Leaders need to be more unpredictable

It's hard to follow a boss who goes unnoticed.

by Richard Bridge
Last Updated: 22 Aug 2017

There's a lot about the workplace that’s predictable, especially when it comes to leaders. The monthly CEO brief, the quarterly management briefing, the end of year thank you message to all staff. It's no wonder employees have tuned out.

There's a lot of leaders who are invisible (this isn't good) but there's also a lot who have become wallpaper - in other words, predictable. It’s boring and uninspiring for the people that work for them. It’s also inappropriate for the rapidly evolving, ever changing, uncertain environment within which most of today’s businesses are operating.

Strong, stable leadership is important. The sturdy captain at the helm of the ship. However, equally important in today’s world is dynamic, vibrant leadership. Effective, modern leaders need to work on creating frequent, exciting interventions in the workplace through their actions, words and approaches. Delivering the unexpected, being memorable through creativity, surprising people with something different.

So what does this look like and how can it be done?

Get out of your ivory tower. You can’t cause much of a stir from up on high. Get out the office, get amongst your people and breathe the same air. Ask to join employees for lunch in the canteen, gather a group off the shop floor for an impromptu ideas session, approach people for specific expertise. 

Take people by surprise. People love it when their leaders do the unexpected. Arrange a surprise event to celebrate success, communicate an important message by leaving a surprise item on the desk of every employee or take a loudspeaker onto the shop floor on a Friday afternoon to say some 'thank yous'. 

Don’t keep calm and carry on. When your business environment shifts and the existing approach stops working, call a business critical town hall, get onto the shop floor to galvanise views, get your middle managers on the phone - in other words intervene and rally the troops. Often ideas come from the most unexpected places.

Go guerilla. Sometimes an email alert just doesn’t cut it. We’ve created everything from onsite flash mobs to large scale office take overs and desk drops to help our clients to land their leadership message. Create some lunchtime mayhem. It rarely gets forgotten.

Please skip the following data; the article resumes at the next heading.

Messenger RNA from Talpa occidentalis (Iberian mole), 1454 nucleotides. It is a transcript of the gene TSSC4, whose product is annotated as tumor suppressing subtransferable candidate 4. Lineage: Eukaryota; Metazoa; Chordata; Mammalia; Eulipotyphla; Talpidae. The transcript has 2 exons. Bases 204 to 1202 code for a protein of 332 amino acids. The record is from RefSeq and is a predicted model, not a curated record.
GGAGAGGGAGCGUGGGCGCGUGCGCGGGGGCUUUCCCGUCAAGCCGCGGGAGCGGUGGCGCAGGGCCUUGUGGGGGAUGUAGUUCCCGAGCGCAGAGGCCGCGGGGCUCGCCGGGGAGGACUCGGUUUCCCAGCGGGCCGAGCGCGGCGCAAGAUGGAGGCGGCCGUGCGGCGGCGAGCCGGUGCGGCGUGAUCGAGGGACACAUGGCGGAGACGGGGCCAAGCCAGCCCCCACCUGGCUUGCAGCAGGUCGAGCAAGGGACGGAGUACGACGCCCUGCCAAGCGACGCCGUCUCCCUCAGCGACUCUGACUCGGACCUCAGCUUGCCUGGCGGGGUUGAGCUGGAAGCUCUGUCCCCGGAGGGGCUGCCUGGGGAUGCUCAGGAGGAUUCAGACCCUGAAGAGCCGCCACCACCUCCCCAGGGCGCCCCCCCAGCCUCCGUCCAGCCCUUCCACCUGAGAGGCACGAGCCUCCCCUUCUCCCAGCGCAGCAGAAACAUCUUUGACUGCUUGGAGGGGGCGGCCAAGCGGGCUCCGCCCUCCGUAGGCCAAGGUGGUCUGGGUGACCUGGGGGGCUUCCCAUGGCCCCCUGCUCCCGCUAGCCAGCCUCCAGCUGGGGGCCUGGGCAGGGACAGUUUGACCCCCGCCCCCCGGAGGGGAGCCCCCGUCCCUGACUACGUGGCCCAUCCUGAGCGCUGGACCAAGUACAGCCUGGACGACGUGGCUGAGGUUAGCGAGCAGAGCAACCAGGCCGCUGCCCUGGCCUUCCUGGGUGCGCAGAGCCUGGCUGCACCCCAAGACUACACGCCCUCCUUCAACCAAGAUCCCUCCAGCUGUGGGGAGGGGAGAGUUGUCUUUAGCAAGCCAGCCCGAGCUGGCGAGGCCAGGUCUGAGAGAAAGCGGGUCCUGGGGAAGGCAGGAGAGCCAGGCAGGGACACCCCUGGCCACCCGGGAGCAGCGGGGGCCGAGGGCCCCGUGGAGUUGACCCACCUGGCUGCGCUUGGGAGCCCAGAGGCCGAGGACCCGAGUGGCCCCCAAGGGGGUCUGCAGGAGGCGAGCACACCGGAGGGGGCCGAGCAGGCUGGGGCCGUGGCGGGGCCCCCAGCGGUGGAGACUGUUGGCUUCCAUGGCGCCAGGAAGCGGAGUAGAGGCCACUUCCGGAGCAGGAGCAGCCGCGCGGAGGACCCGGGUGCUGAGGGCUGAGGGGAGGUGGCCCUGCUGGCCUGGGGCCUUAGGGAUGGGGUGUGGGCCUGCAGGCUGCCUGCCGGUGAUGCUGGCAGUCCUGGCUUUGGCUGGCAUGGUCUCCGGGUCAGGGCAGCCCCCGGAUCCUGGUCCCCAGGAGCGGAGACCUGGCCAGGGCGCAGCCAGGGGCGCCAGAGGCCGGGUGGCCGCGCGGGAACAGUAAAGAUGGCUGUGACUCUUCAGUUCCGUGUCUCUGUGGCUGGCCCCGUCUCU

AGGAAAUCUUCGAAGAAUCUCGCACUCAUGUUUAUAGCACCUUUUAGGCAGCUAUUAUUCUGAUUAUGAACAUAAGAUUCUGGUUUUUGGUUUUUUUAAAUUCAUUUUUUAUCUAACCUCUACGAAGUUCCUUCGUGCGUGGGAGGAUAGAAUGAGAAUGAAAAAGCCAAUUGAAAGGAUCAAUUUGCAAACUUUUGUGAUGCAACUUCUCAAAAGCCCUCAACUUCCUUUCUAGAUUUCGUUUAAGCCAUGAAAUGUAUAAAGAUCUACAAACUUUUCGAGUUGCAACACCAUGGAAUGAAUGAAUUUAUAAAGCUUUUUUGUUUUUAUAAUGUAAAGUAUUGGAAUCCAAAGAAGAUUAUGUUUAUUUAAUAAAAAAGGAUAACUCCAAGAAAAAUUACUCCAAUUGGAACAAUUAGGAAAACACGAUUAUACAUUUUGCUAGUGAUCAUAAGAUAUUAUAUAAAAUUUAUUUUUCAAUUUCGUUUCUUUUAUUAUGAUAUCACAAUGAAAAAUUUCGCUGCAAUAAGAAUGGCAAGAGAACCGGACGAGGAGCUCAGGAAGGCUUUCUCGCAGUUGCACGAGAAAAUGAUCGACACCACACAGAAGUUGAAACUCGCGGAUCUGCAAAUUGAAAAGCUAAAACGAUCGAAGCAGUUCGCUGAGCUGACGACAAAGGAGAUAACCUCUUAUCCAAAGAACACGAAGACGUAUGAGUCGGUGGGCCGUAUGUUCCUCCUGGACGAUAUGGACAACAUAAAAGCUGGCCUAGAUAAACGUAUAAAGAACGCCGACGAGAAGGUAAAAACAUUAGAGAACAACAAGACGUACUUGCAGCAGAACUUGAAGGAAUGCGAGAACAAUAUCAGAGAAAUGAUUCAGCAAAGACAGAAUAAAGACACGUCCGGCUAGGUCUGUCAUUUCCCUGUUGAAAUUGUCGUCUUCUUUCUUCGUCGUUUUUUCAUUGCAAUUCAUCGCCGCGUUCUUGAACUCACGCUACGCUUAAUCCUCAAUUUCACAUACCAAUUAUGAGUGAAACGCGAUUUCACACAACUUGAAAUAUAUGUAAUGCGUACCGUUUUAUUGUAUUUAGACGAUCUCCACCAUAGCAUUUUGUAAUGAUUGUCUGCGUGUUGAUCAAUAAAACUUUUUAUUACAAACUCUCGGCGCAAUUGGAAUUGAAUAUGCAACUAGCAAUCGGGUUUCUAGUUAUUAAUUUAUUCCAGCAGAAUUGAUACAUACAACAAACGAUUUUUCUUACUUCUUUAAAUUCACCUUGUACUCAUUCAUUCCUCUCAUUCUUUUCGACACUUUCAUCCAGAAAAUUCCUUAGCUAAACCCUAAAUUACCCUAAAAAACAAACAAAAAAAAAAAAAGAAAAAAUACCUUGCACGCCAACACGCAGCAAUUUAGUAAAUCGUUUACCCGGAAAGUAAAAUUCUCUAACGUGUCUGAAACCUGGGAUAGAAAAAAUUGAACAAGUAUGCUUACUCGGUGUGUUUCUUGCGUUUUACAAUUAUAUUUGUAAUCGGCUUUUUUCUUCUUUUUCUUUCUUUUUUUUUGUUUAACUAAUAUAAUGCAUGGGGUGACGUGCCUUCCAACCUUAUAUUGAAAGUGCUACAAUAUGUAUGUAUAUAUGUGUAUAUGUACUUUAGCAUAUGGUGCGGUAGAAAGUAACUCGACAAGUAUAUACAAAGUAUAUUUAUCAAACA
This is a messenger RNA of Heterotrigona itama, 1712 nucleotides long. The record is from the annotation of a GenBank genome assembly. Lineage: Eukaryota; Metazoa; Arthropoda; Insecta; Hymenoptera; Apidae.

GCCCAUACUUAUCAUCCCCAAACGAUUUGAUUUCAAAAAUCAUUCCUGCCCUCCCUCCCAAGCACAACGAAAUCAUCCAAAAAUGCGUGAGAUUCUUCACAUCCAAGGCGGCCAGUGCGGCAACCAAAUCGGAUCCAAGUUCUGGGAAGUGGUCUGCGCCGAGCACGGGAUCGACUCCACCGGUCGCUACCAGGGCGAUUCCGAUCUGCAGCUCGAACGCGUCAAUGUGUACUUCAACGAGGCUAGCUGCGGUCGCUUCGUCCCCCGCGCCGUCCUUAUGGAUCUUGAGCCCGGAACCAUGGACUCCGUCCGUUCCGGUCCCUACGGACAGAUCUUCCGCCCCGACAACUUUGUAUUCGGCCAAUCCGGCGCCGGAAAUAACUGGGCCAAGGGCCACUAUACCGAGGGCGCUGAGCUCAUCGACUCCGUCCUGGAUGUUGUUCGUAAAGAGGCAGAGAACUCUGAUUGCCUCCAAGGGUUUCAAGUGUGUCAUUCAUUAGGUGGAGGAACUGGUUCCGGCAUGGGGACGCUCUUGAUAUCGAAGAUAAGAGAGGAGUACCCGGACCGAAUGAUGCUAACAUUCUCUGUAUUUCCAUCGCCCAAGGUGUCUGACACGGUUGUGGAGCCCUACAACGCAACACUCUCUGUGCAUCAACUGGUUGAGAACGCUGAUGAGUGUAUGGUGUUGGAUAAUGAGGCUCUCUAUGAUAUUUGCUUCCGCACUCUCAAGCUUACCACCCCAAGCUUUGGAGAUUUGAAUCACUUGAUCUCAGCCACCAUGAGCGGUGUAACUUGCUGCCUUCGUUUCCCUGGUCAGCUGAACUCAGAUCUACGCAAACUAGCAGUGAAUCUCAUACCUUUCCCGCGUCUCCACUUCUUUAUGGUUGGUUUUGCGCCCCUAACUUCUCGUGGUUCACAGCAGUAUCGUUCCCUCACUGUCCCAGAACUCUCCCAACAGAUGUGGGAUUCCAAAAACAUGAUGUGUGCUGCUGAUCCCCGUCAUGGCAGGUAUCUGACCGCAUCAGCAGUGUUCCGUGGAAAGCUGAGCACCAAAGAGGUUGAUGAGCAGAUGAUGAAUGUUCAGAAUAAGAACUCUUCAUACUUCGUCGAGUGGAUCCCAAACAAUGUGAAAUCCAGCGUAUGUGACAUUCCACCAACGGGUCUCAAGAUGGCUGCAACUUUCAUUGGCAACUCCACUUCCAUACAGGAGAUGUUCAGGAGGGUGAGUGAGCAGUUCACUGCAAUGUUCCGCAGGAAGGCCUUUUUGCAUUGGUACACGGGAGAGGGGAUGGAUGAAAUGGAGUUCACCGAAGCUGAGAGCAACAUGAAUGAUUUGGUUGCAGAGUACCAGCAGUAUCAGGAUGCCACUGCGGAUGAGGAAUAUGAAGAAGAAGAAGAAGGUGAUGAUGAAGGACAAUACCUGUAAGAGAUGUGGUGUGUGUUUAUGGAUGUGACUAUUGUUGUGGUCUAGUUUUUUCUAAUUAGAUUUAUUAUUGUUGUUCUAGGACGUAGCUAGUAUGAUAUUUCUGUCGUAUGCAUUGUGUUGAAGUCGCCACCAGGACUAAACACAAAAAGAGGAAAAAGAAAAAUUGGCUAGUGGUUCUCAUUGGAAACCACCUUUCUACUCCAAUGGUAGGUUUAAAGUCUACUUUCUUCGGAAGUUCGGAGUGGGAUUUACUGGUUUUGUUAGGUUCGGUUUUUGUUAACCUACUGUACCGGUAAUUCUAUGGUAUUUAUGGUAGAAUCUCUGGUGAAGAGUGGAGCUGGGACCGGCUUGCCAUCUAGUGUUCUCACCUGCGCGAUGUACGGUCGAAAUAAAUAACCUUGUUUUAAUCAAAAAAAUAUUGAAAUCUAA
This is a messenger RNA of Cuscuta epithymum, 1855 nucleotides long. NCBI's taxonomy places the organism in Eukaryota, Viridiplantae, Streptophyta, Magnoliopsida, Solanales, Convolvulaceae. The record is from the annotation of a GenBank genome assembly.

Be emotional. True engagement comes when you touch people via their head and their heart. It’s simple - people remember the things that make them smile (or cry, or gasp etc.). Being emotional (on both ends of the scale), as a leader, is not a weakness.

Creative that’s clever. High impact leadership interventions are clever as well as creative, playing devil’s advocate, making people think, connecting on a deeper level. To really surprise an audience, leaders need to get creative, go deep and think smart.

Make it personal. If we feel something, we’re more likely to act on it. Tell personal stories, share your own memories, reflect on your own life experiences. Bring your thinking to life through creative, disruptive communications that get remembered.

Forget perfection. Employees no longer want a filtered, polished version of their leaders - they want real, human interventions delivering information in an authentic way. Get out from behind the camera, forget the polished corp comms script and just get out there and talk to your people.

Richard Bridge is a founding partner and managing director of Top Banana, specialists in leadership driven events and communications. 

Image source: Fimb/Flickr


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